HIPAA Compliance for Medical Practices
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HIPAA Compliance for Medical Practices
HIPAA Compliance and HIPAA Risk management Articles, Tips and Updates for Medical Practices and Physicians
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HIPAA Violation and Hospital Employee viewing PHI 

HIPAA Violation and Hospital Employee viewing PHI  | HIPAA Compliance for Medical Practices | Scoop.it

HIPAA Violation rocks hospital!  An employee at St. Charles Health system accessed over 2400 patients’ medical records over a two-year period because they were curious. We all know that curiosity killed the cat and now it may have direr consequences for this curiosity seeker and the hospital system. 

HIPAA Violation without intent to commit fraud

The employee who viewed the protected health information (PHI) without a legitimate reason to do so is in jeopardy of large civil fines, loss of their respective clinical license and criminal prosecution. Not to mention termination from their present position. The hospital system has to repair its damaged reputation while at the same time prepare to defend itself against potential civil/criminal lawsuits.  There are too many incidences were an organization is liable for HIPAA violations, even though they “didn’t do it”.

 

Now the local District Attorney has taken interest in this matter and is launching a criminal investigation. Under the HIPAA statute there is no individual right of action, however, the Attorney General of the state where the infraction took place may file charges on the individual(s) behalf.

 

The aforementioned employee signed an affidavit stating that the HIPAA violation they committed, and any of the information they accessed was not to commit fraud, however, that did not halt the criminal investigation.

Hospital employee viewing PHI

This real-life incident demonstrates how healthcare providers and their employees can face serious trouble for viewing records inappropriately. Just remember this incident when you want to be inquisitive about a patient that you are not treating or accessing a patient’s medical records for no business purpose.

 

When performing your job function, it is not a HIPAA violation if you release and/or access a patient’s PHI for treatment, payment or health operations (TPO). When accessing and/or releasing a patient’s PHI, ask yourself does this fall under the TPO exceptions? If it does, then you should just release the minimum information necessary to complete the task and if it does not, then you may need an authorization signed by the patient or his/her representative. In the event you are unsure if you can release and/or access a patient’s PHI, contact your supervisor or your organization’s Privacy Officer.

 

Finally, this violation reaffirms the need to conduct a HIPAA Risk Analyses, including monitoring the privacy/breach rule.  Use your policies and procedures for efficient and effective training, auditing and monitoring.

Technical Dr. Inc.'s insight:
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inquiry@technicaldr.com or 877-910-0004
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Researchers examine balancing privacy risk, utility of de-identified health data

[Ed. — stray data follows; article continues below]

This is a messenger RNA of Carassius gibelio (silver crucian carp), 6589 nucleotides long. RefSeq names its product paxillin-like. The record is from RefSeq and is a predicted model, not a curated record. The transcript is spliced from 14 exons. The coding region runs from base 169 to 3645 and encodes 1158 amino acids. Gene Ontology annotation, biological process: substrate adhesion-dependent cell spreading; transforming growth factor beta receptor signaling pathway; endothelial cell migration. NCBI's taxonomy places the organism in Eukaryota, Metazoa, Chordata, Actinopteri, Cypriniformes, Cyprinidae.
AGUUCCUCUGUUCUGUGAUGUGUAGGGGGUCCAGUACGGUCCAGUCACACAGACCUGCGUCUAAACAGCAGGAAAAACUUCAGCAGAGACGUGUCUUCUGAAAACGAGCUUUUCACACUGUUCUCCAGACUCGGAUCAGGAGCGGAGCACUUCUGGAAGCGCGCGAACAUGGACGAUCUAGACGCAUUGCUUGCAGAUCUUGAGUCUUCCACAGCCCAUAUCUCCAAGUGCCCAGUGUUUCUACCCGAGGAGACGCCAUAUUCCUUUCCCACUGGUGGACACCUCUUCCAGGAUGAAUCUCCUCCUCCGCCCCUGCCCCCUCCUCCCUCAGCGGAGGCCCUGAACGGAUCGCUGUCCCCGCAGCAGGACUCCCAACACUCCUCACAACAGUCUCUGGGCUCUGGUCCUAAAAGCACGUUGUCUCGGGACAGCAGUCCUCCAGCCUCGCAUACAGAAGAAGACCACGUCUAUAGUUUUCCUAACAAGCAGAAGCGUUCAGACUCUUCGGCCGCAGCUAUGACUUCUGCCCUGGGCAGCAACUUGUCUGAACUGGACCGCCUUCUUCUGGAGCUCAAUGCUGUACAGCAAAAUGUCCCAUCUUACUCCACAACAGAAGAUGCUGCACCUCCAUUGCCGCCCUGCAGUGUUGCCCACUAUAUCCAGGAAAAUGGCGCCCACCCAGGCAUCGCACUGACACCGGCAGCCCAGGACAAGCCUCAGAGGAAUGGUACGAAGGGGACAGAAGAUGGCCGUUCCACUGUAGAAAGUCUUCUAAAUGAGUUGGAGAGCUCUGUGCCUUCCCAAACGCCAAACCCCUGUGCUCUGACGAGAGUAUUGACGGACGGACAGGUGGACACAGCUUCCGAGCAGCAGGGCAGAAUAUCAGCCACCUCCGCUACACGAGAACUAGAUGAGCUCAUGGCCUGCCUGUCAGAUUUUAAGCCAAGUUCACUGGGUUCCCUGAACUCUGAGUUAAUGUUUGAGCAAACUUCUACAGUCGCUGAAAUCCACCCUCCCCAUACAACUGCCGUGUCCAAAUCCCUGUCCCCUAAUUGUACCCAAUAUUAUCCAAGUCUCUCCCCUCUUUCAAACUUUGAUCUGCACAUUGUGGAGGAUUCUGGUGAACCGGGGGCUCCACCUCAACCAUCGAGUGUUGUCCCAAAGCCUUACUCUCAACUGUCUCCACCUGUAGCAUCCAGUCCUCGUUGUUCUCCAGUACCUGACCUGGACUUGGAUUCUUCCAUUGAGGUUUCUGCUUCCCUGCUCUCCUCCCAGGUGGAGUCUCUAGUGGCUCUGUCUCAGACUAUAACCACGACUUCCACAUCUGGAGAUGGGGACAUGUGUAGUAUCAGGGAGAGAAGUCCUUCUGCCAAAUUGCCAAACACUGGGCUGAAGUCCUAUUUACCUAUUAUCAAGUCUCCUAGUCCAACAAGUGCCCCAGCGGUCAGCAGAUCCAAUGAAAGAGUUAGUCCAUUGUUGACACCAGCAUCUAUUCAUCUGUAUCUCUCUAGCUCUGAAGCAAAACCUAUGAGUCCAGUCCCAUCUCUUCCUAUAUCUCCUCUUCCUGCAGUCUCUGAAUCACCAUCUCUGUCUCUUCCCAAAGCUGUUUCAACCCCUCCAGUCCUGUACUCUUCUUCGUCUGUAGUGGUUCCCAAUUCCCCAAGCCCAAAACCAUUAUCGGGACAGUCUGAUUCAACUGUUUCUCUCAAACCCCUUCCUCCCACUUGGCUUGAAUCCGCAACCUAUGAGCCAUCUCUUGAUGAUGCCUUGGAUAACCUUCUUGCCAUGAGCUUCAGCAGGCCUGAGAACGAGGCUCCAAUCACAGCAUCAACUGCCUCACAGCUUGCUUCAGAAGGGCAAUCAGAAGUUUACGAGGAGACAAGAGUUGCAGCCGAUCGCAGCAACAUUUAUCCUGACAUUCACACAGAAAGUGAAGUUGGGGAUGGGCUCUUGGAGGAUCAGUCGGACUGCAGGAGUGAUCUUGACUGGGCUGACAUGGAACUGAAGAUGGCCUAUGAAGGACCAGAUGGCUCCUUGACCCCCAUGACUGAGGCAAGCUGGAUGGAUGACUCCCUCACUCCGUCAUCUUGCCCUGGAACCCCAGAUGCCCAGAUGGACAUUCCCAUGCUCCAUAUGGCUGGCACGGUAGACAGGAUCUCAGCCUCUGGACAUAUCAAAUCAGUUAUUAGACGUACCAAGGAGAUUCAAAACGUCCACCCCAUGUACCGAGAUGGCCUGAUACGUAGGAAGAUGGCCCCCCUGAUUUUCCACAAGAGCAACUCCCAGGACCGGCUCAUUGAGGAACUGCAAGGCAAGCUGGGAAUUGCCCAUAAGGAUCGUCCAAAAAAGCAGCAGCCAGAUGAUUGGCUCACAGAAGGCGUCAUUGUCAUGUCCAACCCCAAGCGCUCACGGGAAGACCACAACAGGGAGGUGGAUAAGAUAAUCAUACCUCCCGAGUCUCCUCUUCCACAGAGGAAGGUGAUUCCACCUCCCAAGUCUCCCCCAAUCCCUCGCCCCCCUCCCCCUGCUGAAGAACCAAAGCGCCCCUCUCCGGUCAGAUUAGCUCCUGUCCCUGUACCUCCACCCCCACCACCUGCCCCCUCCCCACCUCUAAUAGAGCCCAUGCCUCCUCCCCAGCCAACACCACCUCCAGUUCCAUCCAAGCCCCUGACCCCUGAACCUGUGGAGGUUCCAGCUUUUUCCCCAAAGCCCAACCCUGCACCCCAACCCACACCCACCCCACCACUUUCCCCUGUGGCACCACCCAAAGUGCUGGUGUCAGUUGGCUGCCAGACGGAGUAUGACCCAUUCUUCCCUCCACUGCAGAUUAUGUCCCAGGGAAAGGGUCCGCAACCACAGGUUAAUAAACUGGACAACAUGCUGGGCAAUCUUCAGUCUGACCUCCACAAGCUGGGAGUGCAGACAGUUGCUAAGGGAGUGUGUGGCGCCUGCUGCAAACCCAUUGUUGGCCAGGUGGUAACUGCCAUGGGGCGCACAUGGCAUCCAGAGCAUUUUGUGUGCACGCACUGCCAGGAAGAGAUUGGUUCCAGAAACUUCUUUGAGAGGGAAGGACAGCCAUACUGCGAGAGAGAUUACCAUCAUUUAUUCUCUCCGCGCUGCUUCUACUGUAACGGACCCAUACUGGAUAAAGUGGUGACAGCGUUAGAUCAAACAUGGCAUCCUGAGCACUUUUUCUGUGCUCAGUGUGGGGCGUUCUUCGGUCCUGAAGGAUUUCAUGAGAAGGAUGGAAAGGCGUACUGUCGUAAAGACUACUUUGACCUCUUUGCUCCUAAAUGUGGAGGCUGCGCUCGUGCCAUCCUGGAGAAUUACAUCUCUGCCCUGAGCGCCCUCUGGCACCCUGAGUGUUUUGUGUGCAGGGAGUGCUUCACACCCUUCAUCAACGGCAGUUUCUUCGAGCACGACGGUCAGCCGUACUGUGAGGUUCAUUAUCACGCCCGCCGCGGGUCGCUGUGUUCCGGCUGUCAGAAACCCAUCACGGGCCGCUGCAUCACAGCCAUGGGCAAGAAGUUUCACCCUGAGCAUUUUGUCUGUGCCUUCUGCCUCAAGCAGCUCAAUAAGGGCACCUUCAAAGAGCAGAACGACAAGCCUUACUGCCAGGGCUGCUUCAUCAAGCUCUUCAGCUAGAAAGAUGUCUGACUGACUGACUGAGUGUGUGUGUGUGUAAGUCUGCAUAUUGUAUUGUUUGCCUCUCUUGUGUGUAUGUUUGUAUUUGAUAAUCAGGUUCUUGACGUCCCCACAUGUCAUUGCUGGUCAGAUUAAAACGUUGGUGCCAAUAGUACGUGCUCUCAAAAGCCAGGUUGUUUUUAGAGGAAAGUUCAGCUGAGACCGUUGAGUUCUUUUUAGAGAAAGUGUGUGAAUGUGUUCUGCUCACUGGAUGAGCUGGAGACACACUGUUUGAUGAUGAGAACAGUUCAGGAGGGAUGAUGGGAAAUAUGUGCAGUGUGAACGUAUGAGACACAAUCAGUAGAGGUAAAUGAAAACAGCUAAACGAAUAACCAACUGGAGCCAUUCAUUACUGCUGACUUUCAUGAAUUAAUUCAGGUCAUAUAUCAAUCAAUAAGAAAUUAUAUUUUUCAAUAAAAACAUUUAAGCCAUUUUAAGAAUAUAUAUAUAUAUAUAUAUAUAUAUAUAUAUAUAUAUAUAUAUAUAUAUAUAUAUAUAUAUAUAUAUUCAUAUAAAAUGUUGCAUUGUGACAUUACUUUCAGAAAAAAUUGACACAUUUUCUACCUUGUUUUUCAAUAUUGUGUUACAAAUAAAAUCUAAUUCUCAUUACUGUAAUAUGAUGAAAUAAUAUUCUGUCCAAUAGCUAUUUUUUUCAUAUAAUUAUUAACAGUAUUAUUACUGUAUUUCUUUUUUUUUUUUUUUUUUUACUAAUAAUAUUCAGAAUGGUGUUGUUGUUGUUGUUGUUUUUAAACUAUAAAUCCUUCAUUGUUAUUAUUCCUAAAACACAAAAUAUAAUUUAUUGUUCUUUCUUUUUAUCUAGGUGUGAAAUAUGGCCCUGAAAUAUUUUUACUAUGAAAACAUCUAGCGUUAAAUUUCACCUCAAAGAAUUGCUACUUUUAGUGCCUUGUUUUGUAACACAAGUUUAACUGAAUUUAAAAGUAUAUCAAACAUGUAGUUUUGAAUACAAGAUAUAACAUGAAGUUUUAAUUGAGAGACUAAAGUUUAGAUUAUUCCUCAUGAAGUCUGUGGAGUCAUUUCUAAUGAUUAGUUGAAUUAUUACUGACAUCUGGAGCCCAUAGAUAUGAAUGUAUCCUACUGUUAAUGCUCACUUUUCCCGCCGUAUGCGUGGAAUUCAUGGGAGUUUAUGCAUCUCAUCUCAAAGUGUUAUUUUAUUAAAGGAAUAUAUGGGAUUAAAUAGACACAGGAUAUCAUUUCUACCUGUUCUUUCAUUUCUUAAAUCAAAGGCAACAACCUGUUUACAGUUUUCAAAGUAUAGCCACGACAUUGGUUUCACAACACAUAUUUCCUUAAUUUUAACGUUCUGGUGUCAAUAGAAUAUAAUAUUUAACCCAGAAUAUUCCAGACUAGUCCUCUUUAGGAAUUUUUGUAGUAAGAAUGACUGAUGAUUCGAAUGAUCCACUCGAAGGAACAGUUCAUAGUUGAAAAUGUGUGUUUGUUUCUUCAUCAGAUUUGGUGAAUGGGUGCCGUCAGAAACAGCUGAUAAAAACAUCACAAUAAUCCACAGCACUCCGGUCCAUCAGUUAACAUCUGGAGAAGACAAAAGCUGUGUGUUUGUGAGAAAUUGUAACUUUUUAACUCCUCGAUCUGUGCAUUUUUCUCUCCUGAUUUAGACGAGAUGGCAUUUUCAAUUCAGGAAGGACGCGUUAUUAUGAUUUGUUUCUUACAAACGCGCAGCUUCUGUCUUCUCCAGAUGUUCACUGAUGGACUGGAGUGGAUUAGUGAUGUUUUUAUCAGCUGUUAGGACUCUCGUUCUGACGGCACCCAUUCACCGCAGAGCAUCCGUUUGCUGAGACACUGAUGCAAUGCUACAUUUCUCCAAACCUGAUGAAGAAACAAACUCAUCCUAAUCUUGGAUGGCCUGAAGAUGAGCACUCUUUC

Researchers examine balancing privacy risk, utility of de-identified health data | HIPAA Compliance for Medical Practices | Scoop.it

Researchers have shown how easy it is to re-identify patients in de-identified data, yet de-identified data can lose its value as more identifying factors are stripped out.


In a study published in the Journal of the American Medical Informatics Association, researchers from Vanderbilt University and elsewhere extended an algorithm to explore policy options that balance risk of violating a patient's privacy vs. the use of data for society.

The Safe Harbor model defined by HIPAA is one policy that specifies 18 rules, including suppression of explicit identifiers such as names, and generalization of "quasi-identifiers," such as date of birth, requiring recording the age of all patients over 90 as 90+. This rigid rule-based policy might not be ideal for sharing every data set, such as studies on dementia patients.


So the law allows alternatives, provided the risk of re-identification is appropriately measured and mitigated. A Centers for Medicare & Medicaid Services dataset, for instance, published on the Internet would carry a high risk because the system is completely open and the users unknown. Health data to be used by a trusted party with a data-use agreement and strong information security practices could be allowed a policy that favors utility over risk.


The researchers used the Sublattice Heuristic Search algorithm with U.S. census data from 10 states to show it can be applied to recommended rule-based de-identification policy alternatives for patient-level datasets with less risk and more utility than Safe Harbor and other models.


Harvard researchers have shown that patients can be re-identified with just their Zip code, date of birth and gender, along with other publicly available data such as voter rolls.


The Health Information Trust Alliance recently released a new framework for de-identification of sensitive patient information as part of a risk-management strategy.


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